My Plans For Life Shattered On The Floor…And I Laughed
About two years ago I read this blog post on boingboing.net explaining how an eccentric game designer created a sort of “hour glass” to represent his life. He has two glass “vessels,” with each filled partially with colored beads. Each bead represents one day of his life, with one vessel representing days that he had already lived, and the other vessel representing days that he had yet to live. The originator of the idea, Chris Crawford, had 29,216 total beads in his two vessels. Each morning, he moved one bead from his “yet to live” vessel to his “lived” vessel to help him focus on his own mortality.
I thought this was a brilliant idea, and I had to do it! I went about sourcing my glass vessels and beads. Plastic beads purchased online and two glass vases purchased at the local craft store completed my materials list. I used the life expectancy calculator at liveingto100.com to determine that I might live into my mid-90’s. I had about 34,000 plastic beads, divided into colors representing various stages in my life (high school, college, etc.). Fortunately, the beads were packed in packs of 500, so that helped to reduce the amount of manual counting necessary.
After the two vessels were constructed, I resumed counting one bead each day from the “future” vessel into the “lived” vessel. I conducted this ritual daily, and it did help me to focus on my life a bit. However, after a while I lost interest in the bead moving ritual, so I decided that I would spend some time on each of my birthdays counting out the past 365 days from one vessel into the other. This was much more convenient.
About a year ago there was a minor crisis involving my bead vessels. We had house guests for a weekend – a friend of Lisa’s and her son. We were in the foyer chatting, and I heard a strange rustling sound from the living room. I looked over to discover the 9-year boy with his hands in the vessel, mixing the various colors of layered beads vigorously! With little effort, he was scrambling the days of my lived life – mixing college, my 20’s and high school into an even consistency! There were blue beads among white and yellow! I yelled for him to stop, which upset both him and his mom. She said something like, “Well, they look like a child’s toy, so you can’t blame him.” Clearly, we don’t have kids. Fortunately, Lisa helped me to sort the colors back into their respective places that afternoon.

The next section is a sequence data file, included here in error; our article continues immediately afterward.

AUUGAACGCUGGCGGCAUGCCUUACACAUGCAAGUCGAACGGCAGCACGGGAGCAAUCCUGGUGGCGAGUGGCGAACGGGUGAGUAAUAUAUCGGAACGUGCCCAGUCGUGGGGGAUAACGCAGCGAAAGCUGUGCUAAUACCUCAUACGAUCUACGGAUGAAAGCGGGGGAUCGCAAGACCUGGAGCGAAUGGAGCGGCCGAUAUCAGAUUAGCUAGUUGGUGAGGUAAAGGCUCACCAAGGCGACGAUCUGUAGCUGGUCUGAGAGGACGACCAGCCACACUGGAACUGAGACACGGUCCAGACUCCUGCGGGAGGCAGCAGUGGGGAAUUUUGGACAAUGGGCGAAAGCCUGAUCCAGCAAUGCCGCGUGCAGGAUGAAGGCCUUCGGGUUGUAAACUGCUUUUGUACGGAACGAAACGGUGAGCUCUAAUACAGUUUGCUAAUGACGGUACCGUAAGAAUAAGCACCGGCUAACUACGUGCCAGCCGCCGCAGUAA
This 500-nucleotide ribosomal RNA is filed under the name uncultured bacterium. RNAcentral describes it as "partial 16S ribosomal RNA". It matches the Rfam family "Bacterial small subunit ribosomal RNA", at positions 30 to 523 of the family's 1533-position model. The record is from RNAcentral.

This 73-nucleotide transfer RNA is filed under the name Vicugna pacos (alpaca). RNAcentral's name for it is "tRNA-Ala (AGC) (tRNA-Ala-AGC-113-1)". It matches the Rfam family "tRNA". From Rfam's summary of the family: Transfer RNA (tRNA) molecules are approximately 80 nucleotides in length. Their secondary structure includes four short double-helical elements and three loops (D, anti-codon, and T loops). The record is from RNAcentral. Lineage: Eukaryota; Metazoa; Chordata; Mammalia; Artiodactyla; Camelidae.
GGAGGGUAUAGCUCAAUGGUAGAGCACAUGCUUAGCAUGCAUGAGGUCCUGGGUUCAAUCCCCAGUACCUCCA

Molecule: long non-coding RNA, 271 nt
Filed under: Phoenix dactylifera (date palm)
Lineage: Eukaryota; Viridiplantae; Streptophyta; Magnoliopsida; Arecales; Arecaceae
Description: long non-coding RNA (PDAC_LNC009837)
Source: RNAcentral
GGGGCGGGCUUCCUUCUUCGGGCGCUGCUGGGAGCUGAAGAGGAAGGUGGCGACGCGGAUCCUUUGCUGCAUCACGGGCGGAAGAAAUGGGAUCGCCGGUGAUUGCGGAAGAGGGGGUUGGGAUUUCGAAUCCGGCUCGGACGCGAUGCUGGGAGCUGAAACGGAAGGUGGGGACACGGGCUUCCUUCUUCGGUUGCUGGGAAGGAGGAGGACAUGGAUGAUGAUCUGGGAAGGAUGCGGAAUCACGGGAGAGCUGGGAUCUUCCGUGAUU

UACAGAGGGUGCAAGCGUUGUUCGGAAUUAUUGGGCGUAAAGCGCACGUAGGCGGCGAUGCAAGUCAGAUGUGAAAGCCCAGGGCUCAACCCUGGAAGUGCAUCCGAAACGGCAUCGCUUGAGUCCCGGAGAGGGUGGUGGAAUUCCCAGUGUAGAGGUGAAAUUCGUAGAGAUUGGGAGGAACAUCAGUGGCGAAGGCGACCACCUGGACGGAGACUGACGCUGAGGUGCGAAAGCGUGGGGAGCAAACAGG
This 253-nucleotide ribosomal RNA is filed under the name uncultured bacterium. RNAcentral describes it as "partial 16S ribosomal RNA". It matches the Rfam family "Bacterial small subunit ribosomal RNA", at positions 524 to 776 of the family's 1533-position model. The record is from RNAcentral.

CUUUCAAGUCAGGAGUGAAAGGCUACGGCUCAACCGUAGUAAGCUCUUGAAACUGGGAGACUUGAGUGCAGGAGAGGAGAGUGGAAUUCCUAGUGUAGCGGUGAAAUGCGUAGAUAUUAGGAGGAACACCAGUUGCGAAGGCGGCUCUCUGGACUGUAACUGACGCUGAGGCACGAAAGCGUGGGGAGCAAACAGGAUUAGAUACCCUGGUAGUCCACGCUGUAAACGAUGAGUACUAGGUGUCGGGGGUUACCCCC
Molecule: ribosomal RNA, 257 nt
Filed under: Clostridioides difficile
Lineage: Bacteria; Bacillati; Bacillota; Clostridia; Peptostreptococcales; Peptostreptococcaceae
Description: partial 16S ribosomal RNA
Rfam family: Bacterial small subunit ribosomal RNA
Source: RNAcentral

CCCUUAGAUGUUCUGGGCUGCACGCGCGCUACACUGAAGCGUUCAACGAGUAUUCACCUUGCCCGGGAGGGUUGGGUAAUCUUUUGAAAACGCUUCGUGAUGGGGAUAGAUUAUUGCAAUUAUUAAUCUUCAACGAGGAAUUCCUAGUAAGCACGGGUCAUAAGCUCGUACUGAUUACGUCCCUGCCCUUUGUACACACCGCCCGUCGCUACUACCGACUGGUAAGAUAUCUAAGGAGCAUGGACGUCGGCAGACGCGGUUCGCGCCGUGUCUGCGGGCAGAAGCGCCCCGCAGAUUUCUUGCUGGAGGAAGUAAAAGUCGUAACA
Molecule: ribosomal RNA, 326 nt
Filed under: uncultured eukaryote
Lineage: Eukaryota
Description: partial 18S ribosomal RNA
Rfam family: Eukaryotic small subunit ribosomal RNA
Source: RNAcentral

The vessels were refilled and placed back on the bottom shelf of the bookshelf until today. I was dusting the book shelves, and I thought, “I’m going to dust off my life beads. I mean, I should take care of them after all!” I took one of the vessels off the shelf and the books, which were being book-ended by that vessel, fell and knocked the “future vessel” off the shelf and onto the floor. The glass shattered, sending twenty-thousand beads scattering across the living room floor. “Oh fuck!” I yelled. Our pet parakeets went crazy and launched into flight. Lisa came running. “What happened?” I responded, “My beads! They’re ruined!” And then we started laughing.
What a fitting end to this experiment in creating an abstraction of my life. Inherent in the “future vessel” were plans for when I might make changes in my career, or expectations about what my life might be like at certain ages. These assumptions were based on ego-minded ideas that I have control over the direction of my life – all abstractified into two glass jars filled with plastic beads. Surveying the living room floor strewn with representations of my not-yet-lived days was a perfect way to remind me that no, it is not entirely up to me when my life will change, or especially how many days I have left to live. Reflecting now, our 9-year old guest was trying to improve my design when he mixed the beads last year. Even if we could control when we make change in our lives, those changes are not definitive. They are gradual and graded. We slowly evolve as humans, and are constantly becoming who we are.
Yet, what a wonderful success my bead vessels were. I meticulously arranged my valuable beads in these delicate, frail vessels, deciding when I would declare major life changes. In my egotism, I assumed that I would conduct this annual ritual into my old age – moving beads each year on my birthday. But that isn’t how time works. Something so delicate – like a glass vase, or a human life – is inherently frail. The moment a thing is created, or after a person reaches a certain age, chemical bonds and cells begin to break down into more basic chemical structures. Sometimes, an unexpected event can cause the thing to shatter, abruptly scattering the accumulation of meaning.
I couldn’t foresee at the time that I created my two vessels that they would teach me such a beautiful lesson, but today a living room full of 20,000 plastic beads and shards of glass taught me more about the fleeting, yet incredibly valuable, nature of life than a well-organized, intact vase of beads ever could have.